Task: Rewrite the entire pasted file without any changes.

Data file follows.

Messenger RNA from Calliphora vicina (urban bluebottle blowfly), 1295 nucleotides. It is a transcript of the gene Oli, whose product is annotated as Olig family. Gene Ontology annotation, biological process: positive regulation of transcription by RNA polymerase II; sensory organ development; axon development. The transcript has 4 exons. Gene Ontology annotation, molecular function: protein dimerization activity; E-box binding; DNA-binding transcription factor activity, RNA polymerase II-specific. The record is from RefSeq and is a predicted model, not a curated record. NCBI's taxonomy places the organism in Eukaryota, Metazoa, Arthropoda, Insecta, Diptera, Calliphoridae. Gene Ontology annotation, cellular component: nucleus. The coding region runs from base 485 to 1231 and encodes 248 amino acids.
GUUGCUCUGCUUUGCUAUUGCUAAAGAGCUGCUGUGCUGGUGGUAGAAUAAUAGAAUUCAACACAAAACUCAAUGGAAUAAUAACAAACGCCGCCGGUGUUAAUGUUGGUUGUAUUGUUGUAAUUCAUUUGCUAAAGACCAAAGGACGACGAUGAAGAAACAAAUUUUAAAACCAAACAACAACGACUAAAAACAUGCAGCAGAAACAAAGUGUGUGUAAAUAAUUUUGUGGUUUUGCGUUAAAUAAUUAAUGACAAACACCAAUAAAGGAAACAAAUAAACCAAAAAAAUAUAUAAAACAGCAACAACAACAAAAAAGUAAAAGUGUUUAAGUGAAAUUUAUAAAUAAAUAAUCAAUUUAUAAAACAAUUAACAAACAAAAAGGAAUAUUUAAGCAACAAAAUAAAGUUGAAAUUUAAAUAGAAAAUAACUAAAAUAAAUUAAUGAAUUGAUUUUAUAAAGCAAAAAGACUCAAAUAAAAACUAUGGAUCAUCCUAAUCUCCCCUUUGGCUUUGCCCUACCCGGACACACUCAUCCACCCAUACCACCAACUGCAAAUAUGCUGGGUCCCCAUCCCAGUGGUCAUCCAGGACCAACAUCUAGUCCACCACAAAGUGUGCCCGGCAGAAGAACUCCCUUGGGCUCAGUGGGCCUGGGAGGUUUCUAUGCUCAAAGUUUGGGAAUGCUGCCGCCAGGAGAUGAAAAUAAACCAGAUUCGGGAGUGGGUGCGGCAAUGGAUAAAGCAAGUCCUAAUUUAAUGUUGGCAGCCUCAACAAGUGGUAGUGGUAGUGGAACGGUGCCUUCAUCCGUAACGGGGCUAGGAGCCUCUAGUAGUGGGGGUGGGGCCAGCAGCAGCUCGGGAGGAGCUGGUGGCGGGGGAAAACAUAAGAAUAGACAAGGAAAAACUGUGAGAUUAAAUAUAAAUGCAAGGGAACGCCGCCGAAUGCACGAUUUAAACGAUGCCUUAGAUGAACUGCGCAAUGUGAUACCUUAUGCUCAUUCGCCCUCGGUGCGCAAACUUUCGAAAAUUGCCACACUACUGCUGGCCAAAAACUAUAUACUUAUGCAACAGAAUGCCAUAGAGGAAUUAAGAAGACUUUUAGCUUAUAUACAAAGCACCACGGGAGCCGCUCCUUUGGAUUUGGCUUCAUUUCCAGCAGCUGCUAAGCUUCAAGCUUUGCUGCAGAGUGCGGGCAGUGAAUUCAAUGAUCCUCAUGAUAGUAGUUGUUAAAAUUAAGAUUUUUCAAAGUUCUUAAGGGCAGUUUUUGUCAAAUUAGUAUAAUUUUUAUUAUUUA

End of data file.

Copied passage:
Messenger RNA from Calliphora vicina (urban bluebottle blowfly), 1295 nucleotides. It is a transcript of the gene Oli, whose product is annotated as Olig family. Gene Ontology annotation, biological process: positive regulation of transcription by RNA polymerase II; sensory organ development; axon development. The transcript has 4 exons. Gene Ontology annotation, molecular function: protein dimerization activity; E-box binding; DNA-binding transcription factor activity, RNA polymerase II-specific. The record is from RefSeq and is a predicted model, not a curated record. NCBI's taxonomy places the organism in Eukaryota, Metazoa, Arthropoda, Insecta, Diptera, Calliphoridae. Gene Ontology annotation, cellular component: nucleus. The coding region runs from base 485 to 1231 and encodes 248 amino acids.
GUUGCUCUGCUUUGCUAUUGCUAAAGAGCUGCUGUGCUGGUGGUAGAAUAAUAGAAUUCAACACAAAACUCAAUGGAAUAAUAACAAACGCCGCCGGUGUUAAUGUUGGUUGUAUUGUUGUAAUUCAUUUGCUAAAGACCAAAGGACGACGAUGAAGAAACAAAUUUUAAAACCAAACAACAACGACUAAAAACAUGCAGCAGAAACAAAGUGUGUGUAAAUAAUUUUGUGGUUUUGCGUUAAAUAAUUAAUGACAAACACCAAUAAAGGAAACAAAUAAACCAAAAAAAUAUAUAAAACAGCAACAACAACAAAAAAGUAAAAGUGUUUAAGUGAAAUUUAUAAAUAAAUAAUCAAUUUAUAAAACAAUUAACAAACAAAAAGGAAUAUUUAAGCAACAAAAUAAAGUUGAAAUUUAAAUAGAAAAUAACUAAAAUAAAUUAAUGAAUUGAUUUUAUAAAGCAAAAAGACUCAAAUAAAAACUAUGGAUCAUCCUAAUCUCCCCUUUGGCUUUGCCCUACCCGGACACACUCAUCCACCCAUACCACCAACUGCAAAUAUGCUGGGUCCCCAUCCCAGUGGUCAUCCAGGACCAACAUCUAGUCCACCACAAAGUGUGCCCGGCAGAAGAACUCCCUUGGGCUCAGUGGGCCUGGGAGGUUUCUAUGCUCAAAGUUUGGGAAUGCUGCCGCCAGGAGAUGAAAAUAAACCAGAUUCGGGAGUGGGUGCGGCAAUGGAUAAAGCAAGUCCUAAUUUAAUGUUGGCAGCCUCAACAAGUGGUAGUGGUAGUGGAACGGUGCCUUCAUCCGUAACGGGGCUAGGAGCCUCUAGUAGUGGGGGUGGGGCCAGCAGCAGCUCGGGAGGAGCUGGUGGCGGGGGAAAACAUAAGAAUAGACAAGGAAAAACUGUGAGAUUAAAUAUAAAUGCAAGGGAACGCCGCCGAAUGCACGAUUUAAACGAUGCCUUAGAUGAACUGCGCAAUGUGAUACCUUAUGCUCAUUCGCCCUCGGUGCGCAAACUUUCGAAAAUUGCCACACUACUGCUGGCCAAAAACUAUAUACUUAUGCAACAGAAUGCCAUAGAGGAAUUAAGAAGACUUUUAGCUUAUAUACAAAGCACCACGGGAGCCGCUCCUUUGGAUUUGGCUUCAUUUCCAGCAGCUGCUAAGCUUCAAGCUUUGCUGCAGAGUGCGGGCAGUGAAUUCAAUGAUCCUCAUGAUAGUAGUUGUUAAAAUUAAGAUUUUUCAAAGUUCUUAAGGGCAGUUUUUGUCAAAUUAGUAUAAUUUUUAUUAUUUA